Education Policy Does Okay in Session

From the outset it was clear that this year’s regular session was not going to be about pushing the envelope forward in public education reform – it was about preventing a return to the past. This year there were dozens of bills filed dealing with education, and the vast majority of the significant ones were all about meddling with – or sometimes totally reversing – policy changes that groups like CABL and others had worked to put in place.

The sheer breadth of what was being proposed to unravel Louisiana’s education reforms was staggering. This year lawmakers filed bills to:

  • Remove the accountability requirement that students take end-of-year tests, including the ACT
  • Delay implementation of our newly revised academic standards
  • Begin yet another review of our standards
  • Allow schools and districts to establish their own content standards with no testing requirements and no accountability
  • Place new restrictions on expanding charter schools
  • Prohibit local charter schools from receiving local tax funding
  • Dictate what teachers charter schools could hire
  • Place further restrictions on the state’s scholarship or voucher program
  • Eliminate the requirement that superintendents of mediocre or failing school districts have performance targets as part of their contracts

As one can easily see, that’s a long list of policy changes that, when considered together, offer a road map to take us back to where we were 20 years ago. The fact that at this point in time some of our lawmakers continue to push for these kinds of things is disconcerting to say the least.

Fortunately, with the end in sight for this year’s session, the education policy story is actually pretty good. Through the work of CABL and a diverse group of other education reform advocates all of those efforts to dismantle the policy wins of the last several years were stymied. The result: our charter school policies remain strong, our academic standards and testing emerge unscathed and our accountability system remains in place.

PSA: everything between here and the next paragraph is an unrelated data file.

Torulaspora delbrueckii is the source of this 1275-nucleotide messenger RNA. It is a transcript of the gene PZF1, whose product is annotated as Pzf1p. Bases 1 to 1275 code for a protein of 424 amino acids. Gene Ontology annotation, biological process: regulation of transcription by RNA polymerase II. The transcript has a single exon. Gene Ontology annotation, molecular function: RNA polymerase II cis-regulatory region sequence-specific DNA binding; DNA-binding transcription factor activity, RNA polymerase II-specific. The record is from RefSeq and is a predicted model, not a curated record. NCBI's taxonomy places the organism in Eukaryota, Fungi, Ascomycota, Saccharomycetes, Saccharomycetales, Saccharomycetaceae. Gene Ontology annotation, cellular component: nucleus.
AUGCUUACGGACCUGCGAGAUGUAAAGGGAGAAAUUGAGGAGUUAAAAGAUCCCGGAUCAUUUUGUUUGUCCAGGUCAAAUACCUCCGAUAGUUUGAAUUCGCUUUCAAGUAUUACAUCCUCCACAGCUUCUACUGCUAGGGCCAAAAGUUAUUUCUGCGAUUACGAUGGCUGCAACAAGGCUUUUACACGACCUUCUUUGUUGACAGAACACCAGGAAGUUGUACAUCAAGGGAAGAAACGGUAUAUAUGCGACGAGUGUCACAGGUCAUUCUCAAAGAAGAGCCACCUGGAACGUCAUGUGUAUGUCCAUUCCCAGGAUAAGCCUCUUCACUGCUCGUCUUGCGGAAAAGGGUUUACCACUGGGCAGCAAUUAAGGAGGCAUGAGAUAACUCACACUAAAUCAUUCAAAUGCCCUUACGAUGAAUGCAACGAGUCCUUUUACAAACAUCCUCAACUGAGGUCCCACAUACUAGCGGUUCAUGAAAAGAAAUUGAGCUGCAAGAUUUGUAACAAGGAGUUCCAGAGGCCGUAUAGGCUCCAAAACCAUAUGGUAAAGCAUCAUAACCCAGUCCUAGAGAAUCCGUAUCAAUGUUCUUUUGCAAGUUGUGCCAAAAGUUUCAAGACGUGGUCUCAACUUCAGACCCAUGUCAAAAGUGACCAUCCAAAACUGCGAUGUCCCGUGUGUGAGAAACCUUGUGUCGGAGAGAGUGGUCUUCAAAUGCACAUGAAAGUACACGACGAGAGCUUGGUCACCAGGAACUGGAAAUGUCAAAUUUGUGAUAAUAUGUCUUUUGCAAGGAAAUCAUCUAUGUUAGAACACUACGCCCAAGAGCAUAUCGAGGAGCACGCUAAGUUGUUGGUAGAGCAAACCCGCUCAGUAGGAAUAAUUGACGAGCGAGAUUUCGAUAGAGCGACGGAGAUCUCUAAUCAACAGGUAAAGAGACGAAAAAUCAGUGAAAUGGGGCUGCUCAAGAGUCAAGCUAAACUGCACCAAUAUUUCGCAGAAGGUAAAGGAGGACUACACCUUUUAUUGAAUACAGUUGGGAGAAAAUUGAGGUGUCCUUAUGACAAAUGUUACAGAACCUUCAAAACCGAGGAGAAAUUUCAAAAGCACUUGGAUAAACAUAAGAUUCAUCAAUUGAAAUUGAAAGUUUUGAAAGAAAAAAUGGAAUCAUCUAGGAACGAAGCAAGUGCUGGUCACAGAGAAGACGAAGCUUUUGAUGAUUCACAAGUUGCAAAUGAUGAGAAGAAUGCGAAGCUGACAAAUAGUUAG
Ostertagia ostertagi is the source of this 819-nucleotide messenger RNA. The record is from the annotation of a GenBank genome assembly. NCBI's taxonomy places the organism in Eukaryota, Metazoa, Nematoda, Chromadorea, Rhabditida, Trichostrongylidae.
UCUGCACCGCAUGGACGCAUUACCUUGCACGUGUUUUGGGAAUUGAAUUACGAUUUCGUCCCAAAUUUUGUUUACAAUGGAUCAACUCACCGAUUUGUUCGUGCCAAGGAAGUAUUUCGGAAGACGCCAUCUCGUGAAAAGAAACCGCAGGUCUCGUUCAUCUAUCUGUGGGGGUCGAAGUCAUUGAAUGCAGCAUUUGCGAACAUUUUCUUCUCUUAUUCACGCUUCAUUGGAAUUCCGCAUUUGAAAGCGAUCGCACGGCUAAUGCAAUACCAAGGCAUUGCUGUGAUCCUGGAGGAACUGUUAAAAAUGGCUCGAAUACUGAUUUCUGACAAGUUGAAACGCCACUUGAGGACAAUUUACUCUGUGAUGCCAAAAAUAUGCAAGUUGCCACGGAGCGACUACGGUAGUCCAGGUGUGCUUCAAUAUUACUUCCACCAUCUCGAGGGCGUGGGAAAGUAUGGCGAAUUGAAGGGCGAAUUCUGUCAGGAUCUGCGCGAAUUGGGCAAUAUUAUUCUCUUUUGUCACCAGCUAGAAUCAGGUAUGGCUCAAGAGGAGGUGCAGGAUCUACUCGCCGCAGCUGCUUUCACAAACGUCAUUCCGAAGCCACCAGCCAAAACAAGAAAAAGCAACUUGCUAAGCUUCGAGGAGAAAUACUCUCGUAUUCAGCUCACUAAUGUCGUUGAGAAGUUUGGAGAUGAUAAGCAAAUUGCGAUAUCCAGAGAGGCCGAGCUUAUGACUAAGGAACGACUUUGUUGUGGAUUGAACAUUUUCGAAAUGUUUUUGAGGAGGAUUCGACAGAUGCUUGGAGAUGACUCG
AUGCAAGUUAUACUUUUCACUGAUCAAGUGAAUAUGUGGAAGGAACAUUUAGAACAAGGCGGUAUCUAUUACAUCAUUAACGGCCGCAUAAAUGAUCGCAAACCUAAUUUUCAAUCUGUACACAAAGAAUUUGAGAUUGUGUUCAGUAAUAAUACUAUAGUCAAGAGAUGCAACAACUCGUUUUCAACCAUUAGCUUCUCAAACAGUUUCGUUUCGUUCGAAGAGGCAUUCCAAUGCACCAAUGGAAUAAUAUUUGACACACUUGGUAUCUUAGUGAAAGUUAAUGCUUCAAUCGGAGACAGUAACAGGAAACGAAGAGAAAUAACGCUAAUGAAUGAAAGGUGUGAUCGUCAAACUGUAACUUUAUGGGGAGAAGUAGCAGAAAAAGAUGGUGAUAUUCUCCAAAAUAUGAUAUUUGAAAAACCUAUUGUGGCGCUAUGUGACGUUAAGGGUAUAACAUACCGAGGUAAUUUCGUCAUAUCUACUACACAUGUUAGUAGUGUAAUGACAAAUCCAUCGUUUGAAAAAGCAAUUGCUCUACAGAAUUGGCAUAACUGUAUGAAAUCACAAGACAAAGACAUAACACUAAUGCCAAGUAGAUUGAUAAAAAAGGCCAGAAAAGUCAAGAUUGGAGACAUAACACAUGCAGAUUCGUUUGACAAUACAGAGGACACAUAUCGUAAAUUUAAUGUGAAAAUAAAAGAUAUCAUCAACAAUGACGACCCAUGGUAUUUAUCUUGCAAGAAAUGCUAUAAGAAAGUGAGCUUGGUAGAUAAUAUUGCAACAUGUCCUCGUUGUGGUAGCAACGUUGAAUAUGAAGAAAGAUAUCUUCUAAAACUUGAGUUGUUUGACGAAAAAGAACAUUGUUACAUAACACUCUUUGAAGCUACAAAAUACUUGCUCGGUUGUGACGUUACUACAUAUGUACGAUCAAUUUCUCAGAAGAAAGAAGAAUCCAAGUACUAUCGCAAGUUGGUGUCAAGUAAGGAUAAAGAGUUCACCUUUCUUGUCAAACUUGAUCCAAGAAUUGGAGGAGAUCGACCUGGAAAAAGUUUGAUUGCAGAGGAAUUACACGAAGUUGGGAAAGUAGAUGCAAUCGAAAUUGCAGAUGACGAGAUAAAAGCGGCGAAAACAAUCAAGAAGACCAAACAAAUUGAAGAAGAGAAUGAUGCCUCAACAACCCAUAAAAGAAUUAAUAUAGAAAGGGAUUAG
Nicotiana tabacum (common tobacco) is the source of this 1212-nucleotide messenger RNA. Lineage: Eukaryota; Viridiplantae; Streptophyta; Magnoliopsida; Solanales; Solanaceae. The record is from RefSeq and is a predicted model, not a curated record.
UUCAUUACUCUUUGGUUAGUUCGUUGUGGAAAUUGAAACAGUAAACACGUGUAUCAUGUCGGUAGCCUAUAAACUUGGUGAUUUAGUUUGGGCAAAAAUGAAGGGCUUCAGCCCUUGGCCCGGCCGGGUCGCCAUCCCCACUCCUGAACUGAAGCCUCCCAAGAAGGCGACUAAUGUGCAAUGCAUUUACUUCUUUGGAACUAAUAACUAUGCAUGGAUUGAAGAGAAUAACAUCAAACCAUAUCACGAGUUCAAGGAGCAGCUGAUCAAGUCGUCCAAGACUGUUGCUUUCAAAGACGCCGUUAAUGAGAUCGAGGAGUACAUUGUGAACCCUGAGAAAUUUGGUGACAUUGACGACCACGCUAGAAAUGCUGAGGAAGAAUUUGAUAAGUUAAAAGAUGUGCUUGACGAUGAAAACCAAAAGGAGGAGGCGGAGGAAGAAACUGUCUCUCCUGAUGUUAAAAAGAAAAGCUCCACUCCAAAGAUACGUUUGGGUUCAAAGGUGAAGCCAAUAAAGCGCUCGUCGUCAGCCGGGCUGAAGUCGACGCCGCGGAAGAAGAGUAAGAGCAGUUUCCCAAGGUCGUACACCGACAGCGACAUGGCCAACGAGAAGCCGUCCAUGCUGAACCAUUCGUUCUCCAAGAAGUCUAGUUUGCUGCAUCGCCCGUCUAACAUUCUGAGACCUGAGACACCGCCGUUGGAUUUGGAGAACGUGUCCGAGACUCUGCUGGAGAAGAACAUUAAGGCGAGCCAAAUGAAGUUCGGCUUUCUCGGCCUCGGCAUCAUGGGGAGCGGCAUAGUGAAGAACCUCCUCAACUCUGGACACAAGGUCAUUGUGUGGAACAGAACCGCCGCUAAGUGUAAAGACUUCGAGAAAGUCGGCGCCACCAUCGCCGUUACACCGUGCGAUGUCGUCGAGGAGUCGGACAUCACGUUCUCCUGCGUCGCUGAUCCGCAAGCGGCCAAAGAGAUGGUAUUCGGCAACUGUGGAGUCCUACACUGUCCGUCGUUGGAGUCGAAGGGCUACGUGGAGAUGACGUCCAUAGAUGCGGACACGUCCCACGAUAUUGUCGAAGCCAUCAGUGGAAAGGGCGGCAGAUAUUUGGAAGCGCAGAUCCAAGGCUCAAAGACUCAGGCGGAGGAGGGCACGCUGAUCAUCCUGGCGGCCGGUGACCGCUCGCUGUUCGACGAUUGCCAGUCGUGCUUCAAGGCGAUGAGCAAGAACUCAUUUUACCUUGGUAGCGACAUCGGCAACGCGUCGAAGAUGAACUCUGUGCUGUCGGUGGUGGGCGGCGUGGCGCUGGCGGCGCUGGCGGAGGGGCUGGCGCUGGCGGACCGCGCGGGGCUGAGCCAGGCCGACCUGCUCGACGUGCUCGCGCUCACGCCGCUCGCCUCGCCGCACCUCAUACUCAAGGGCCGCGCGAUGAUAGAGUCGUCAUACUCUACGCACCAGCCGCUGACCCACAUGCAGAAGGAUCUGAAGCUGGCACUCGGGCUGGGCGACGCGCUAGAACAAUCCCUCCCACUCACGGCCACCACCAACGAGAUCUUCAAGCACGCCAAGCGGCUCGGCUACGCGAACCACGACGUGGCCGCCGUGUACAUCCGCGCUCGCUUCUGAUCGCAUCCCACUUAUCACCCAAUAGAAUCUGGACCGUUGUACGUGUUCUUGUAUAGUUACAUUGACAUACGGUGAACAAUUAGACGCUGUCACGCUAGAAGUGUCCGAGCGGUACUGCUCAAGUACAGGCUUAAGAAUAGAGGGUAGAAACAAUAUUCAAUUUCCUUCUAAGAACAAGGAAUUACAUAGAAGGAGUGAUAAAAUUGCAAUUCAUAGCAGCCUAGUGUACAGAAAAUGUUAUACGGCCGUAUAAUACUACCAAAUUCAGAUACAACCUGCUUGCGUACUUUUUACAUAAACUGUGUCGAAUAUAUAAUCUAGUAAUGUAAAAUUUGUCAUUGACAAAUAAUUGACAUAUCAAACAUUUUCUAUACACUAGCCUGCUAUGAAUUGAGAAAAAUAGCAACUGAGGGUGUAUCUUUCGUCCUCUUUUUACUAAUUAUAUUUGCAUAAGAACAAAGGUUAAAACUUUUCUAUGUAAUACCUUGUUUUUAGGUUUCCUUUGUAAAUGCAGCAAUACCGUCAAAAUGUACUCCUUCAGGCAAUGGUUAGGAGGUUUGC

And speaking of those academic standards, which have been the source of so much political gamesmanship over the last three years, our long-running standards review process is finally nearing its end. Legislative committees are set to give our newly-revised, but still very strong, standards their final review shortly and after that it goes to the governor.  All expectations are that the both will sign off on the new standards would mark yet another positive policy win.

The only big question mark remaining is about funding for the state’s scholarship, or voucher, program. Current funding in the budget is about $11 million short of what is needed. In practical terms that means a couple of things:  no new students could enroll in the program and some students currently in the program might not be able to stay.

The irony is that virtually all of those kids who would be denied access to scholarships because of budget cuts will just cost the state money from another pot when they enroll in public schools.  Unfortunately, that issue won’t be resolved in this session but could be worked out in the special session.

CABL will take a more comprehensive look at the session’s education highlights once all the dust settles. But given the all-out assault on our education policies that drew statewide attention at the beginning of the session, it’s worth noting that it failed. Legislative sessions are annual opportunities for lawmakers to meddle inappropriately in education policies. They accomplish some of that from time to time, but fortunately, not so much this time.